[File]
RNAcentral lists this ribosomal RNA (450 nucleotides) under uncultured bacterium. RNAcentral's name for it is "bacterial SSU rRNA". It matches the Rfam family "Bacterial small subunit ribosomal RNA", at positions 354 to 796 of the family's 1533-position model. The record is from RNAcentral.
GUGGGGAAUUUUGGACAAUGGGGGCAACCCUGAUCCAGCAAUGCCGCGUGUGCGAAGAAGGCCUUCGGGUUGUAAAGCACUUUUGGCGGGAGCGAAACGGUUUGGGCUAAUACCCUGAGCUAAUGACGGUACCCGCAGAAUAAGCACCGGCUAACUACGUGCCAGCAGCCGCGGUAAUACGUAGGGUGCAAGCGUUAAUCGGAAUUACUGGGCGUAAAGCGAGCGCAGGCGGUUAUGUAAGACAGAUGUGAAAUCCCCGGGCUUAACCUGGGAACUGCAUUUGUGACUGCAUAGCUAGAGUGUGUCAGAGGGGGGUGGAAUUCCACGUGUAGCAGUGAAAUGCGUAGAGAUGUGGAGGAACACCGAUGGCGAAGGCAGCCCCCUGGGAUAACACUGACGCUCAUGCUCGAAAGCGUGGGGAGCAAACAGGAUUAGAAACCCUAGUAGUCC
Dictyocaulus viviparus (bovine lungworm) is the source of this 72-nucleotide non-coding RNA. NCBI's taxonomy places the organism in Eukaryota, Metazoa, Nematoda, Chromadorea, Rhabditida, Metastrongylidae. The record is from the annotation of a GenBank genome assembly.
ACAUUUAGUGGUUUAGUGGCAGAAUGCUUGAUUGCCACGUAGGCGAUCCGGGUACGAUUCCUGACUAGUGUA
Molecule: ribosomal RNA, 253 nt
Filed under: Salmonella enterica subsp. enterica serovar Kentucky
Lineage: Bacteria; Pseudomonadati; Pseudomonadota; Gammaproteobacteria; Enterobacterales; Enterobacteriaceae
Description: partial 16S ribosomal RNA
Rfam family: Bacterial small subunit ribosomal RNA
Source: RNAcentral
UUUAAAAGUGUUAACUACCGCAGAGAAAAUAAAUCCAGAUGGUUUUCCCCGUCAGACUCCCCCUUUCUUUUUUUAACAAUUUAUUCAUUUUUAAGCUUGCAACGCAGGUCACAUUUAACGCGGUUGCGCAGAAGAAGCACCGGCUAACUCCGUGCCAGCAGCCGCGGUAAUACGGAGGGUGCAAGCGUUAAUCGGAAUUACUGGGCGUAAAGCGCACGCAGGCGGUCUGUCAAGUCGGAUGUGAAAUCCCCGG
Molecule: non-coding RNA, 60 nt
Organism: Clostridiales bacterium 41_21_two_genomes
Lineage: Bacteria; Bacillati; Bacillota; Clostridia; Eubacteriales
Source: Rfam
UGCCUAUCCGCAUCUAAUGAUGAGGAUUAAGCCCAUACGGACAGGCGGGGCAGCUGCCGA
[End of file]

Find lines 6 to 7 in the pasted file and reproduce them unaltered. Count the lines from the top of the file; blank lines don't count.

Filed under: Salmonella enterica subsp. enterica serovar Kentucky
Lineage: Bacteria; Pseudomonadati; Pseudomonadota; Gammaproteobacteria; Enterobacterales; Enterobacteriaceae